The 4 general categories of hospital cover

Gold Hospital

Comprehensive in-hospital coverage that usually includes birth and pregnancy-related services, heart and major eye surgeries.

Silver Hospital

Usually provides mid-level coverage and includes dental surgery, joint investigations and reconstructions.

Bronze Hospital

A more affordable option that typically includes the investigation and removal of appendix, tonsils and hernias.

Basic Hospital

Generally, the cheapest Hospital policy that provides for restrictive rehabilitation, psychiatric services and palliative care.

Extras cover

Also known as general treatment policies, covers ancillary treatments like dental, optical and physiotherapy. The type of services and the benefit amount you can claim depends on your chosen health insurer and policy type.

3 general Extras cover options

Comprehensive cover

The most extensive plan that includes a range of services, for example, major dental, hearing aids and psychology services. This plan generally also has higher benefit limits.

Mid-cover

Covers a fuller range of services compared to the basic plan, with increased limits. Usually includes major dental, occupational therapy and podiatry.

Basic cover

Generally, the cheapest option, providing a limited number of general treatment services, like general dental, chiro and optical.

Combined cover

Most health funds in Australia offers pre-packaged options combining Hospital and Extras cover, thus providing you with the opportunity to receive both in-hospital and out-of-hospital services. The way these policies are mixed and matched depends on your insurer. For example, you might have a plan that combines top hospital cover with mid extras.

Ambulance only cover

Generally, emergency ambulance cover is available in both Hospital and Extras policies. However, select health funds offer stand-alone ambulance cover, that usually provides state and/or Australia-wide emergency ambulance services, with some insurers also covering non-emergency services.

Before you choose a policy, you might want to shop around and compare health insurance quotes from some of the most significant companies in Australia. It’s also vital that you read the health insurers Standard Information Statement (SIS) for a complete list of policy features, benefit limits, and the waiting periods that apply.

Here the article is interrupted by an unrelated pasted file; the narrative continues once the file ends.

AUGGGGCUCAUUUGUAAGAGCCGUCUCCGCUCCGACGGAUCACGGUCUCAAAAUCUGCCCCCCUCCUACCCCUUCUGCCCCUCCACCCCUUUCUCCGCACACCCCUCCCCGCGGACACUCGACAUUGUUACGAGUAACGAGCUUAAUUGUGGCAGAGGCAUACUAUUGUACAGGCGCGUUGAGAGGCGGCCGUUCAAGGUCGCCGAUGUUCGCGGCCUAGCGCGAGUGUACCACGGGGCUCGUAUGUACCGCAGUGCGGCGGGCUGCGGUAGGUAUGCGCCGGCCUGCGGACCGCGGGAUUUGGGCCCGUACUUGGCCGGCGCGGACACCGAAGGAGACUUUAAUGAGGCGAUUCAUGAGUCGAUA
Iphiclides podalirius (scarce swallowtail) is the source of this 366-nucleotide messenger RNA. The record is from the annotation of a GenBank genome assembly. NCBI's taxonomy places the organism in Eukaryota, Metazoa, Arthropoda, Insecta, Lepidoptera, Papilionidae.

How to compare health insurance in Australia

decision-making-1
1

Decide which policy type will suit your requirements, stage of life and budget.

policy
2

Fill in the above quote form and request health insurance quotes.

Comparison
3

Compare policy pricing, features, benefit limits and waiting periods.

Application
4

Apply for a policy that you feel confident will provide you with value for money.

How much is private health insurance in Australia?

The cost of private health insurance in Australia depends on the company you choose, your policy type, and the Excess you’re willing to pay each time you’re admitted to hospital. Although the price is important, it shouldn't be the only factor you take into consideration when comparing health insurance policies. The best health insurance plan for you and your family depends on your stage of life, specific requirements, and what you can afford.

How to claim health insurance

Hospital claims are generally automatically sent from the hospital to your health insurer on your behalf. However, there are several ways to lodge an Extras claim, including:

id-card

Using your membership card to claim on the spot, when a healthcare provider has a terminal available.

user

Via a mobile application, available from select health insurers, generally allowing you to submit photos of receipts directly to the insurer.

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Claiming online through your health insurer's membership portal.

envelope

Emailing or posting your completed claim forms and original receipts to your health insurer.